The “perception gap” identified by the EU becomes very stark when these figures are compared with the responses given by European Jews on the same subject. A full 85 percent of the Jews surveyed regarded anti-Semitism as a growing threat; broken down nationally, 95 percent of French Jews saw the problem in those terms, compared with 85 percent of Jews in Germany and 75 percent of those in the UK.
That survey also quoted from the daily experiences of its Jewish respondents, much of which sounds distressingly familiar. Like the woman in her 60s living in Germany, who remarked that “for the past 12 years, anti-Semitism has no longer been a taboo in Germany, and so it occurs more often — verbally and physically, on German streets and in social media.” Or the woman in her 40s living in France, who said that “at work and in the media and social media, anti-Semitism is a daily and unrepressed occurrence.” Or the woman in her 20s living in the United Kingdom, who revealed that she had to put up with “anti-Semitic comments made to me at work such as ‘all Jews are rich.’”
It is not, of course, surprising that non-Jews are less sensitive than Jews to the prevalence of anti-Semitism; they are not its targets. But the anti-Semitism “perception gap” is as significant in terms of demography as it is in terms of the political questions it raises.
What the EU’s 28-country survey revealed — and emphatically so in the case of the three countries under discussion — is that older, better-educated Europeans with friends and colleagues of different religious and ethnic backgrounds are far more likely than any other demographic category to understand why Jews on the continent are so fearful these days. And this group, it must be stressed, is at best about 25 percent of the overall population.
Meanwhile, about half of the population in France and Germany, and more than half in the UK, don’t believe that current anti-Semitism is anything to be alarmed about. It is among these respondents — most of whom also say they are not familiar with the Jewish religion or Jewish history — that you will find the people who are most receptive to anti-Semitic messages in the future.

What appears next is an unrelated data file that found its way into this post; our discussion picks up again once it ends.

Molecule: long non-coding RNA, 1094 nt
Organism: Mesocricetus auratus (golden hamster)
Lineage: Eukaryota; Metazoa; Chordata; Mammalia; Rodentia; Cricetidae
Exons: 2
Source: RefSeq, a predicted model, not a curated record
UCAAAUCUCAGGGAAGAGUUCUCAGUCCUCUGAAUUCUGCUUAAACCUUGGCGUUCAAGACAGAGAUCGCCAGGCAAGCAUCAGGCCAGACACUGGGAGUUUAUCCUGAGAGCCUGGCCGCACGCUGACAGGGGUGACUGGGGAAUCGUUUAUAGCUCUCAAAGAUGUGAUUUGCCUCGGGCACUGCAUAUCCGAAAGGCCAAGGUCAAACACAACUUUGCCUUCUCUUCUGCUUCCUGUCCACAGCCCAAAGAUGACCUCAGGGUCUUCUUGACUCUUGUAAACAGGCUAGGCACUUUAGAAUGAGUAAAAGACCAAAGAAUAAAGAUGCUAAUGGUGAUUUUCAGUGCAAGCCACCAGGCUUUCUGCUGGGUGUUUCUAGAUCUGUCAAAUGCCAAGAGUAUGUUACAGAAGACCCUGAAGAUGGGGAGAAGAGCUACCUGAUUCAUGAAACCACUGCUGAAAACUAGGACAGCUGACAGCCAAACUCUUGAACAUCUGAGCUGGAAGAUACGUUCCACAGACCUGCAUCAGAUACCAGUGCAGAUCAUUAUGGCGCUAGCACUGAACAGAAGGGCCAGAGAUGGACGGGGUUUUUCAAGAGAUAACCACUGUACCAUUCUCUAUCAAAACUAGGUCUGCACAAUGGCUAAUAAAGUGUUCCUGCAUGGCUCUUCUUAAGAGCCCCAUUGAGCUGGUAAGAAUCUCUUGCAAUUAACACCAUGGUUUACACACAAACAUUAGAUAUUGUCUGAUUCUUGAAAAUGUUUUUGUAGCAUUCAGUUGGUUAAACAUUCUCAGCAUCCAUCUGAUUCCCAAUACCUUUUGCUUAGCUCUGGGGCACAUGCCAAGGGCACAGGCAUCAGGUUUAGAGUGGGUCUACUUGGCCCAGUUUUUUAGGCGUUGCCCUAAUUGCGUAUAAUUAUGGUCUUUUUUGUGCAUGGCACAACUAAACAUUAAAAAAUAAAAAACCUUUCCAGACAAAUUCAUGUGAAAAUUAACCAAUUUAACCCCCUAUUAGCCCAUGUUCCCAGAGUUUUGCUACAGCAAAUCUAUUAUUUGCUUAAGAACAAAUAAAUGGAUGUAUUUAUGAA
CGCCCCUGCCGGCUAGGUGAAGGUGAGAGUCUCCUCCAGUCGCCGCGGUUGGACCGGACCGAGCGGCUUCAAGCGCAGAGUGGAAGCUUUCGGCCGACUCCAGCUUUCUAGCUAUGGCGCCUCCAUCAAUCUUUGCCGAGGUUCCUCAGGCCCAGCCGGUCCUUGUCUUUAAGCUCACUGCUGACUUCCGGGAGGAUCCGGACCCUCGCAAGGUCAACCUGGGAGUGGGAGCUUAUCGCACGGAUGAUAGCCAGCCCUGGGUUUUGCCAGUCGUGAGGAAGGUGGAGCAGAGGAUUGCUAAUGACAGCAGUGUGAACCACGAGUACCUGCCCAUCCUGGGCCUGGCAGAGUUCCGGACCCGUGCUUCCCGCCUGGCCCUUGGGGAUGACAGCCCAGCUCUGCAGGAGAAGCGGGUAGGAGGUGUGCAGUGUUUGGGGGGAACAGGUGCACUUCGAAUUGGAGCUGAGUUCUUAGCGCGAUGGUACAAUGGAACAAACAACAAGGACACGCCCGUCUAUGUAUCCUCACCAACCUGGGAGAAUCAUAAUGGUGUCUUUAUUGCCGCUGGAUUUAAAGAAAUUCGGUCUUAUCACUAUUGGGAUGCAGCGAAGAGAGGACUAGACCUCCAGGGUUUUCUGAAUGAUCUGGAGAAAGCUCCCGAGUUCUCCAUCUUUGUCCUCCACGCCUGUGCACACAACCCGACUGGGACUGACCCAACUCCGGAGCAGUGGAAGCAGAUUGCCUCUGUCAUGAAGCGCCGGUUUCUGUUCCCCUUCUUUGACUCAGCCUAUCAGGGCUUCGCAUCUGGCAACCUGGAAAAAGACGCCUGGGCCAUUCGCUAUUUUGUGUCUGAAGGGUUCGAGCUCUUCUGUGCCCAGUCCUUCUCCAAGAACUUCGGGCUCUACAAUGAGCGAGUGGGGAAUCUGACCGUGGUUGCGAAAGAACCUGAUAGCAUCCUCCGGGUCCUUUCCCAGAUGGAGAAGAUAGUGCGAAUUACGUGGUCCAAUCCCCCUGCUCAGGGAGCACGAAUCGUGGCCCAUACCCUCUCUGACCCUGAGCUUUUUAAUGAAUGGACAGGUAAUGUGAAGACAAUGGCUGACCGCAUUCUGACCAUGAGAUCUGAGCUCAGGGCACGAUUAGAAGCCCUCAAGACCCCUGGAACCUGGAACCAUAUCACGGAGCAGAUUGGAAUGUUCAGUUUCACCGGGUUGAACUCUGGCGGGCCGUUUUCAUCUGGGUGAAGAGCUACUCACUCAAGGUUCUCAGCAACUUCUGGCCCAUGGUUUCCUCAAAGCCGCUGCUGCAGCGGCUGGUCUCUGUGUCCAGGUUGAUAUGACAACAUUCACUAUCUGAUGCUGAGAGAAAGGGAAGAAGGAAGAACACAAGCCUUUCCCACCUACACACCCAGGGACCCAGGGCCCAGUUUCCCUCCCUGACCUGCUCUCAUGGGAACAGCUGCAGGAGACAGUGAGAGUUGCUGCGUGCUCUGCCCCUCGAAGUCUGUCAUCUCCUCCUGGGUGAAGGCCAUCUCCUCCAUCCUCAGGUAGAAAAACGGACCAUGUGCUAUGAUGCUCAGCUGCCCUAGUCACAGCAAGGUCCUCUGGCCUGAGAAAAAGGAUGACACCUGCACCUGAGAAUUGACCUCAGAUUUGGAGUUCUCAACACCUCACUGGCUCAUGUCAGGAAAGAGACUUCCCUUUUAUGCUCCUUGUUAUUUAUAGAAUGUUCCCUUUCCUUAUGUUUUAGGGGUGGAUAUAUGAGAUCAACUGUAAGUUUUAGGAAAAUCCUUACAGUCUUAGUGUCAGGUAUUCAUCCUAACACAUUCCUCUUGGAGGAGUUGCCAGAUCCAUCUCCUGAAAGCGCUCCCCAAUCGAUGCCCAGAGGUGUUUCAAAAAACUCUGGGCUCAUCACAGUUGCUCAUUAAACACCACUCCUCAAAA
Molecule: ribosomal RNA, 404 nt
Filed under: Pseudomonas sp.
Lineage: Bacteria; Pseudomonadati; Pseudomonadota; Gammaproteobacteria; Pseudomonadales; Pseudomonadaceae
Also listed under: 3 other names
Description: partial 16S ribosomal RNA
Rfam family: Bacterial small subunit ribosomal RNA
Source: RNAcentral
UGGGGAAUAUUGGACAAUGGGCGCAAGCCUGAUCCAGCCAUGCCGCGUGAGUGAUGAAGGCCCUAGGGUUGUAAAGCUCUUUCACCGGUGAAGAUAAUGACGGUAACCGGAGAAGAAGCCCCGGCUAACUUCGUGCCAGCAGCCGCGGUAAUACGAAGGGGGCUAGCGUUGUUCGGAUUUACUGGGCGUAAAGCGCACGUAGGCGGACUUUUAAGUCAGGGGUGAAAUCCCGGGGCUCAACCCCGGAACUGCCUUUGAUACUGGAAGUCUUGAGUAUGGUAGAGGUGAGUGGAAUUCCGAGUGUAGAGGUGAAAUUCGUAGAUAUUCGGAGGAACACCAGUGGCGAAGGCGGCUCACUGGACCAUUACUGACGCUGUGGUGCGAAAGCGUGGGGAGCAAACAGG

Jews on the other side of the Atlantic are likely wondering how to close this gap and blunt anti-Semitism’s appeal, while many Jews in the United States and Israel will conclude — much to the irritation of their European cousins — that Europe is a lost cause, and the sooner the Jews leave, the better.
Far more productive than handing out unsolicited advice is to concentrate on the nature of the problem. European anti-Semitism today is a social phenomenon from which Jews are in principle protected by the law. A significant minority of Europeans correctly understand that anti-Semitism is a social poison, but the younger and less educated they become, the less likely they are to grasp that.
Most importantly of all, a majority of Europeans — even when confronted with daily headlines about anti-Semitism in the British Labour Party, in French inner cities, or in Italian soccer stadiums and so forth — remain unconvinced that the problem is as bad as the continent’s Jews believe it to be. That has to be the starting point for any response.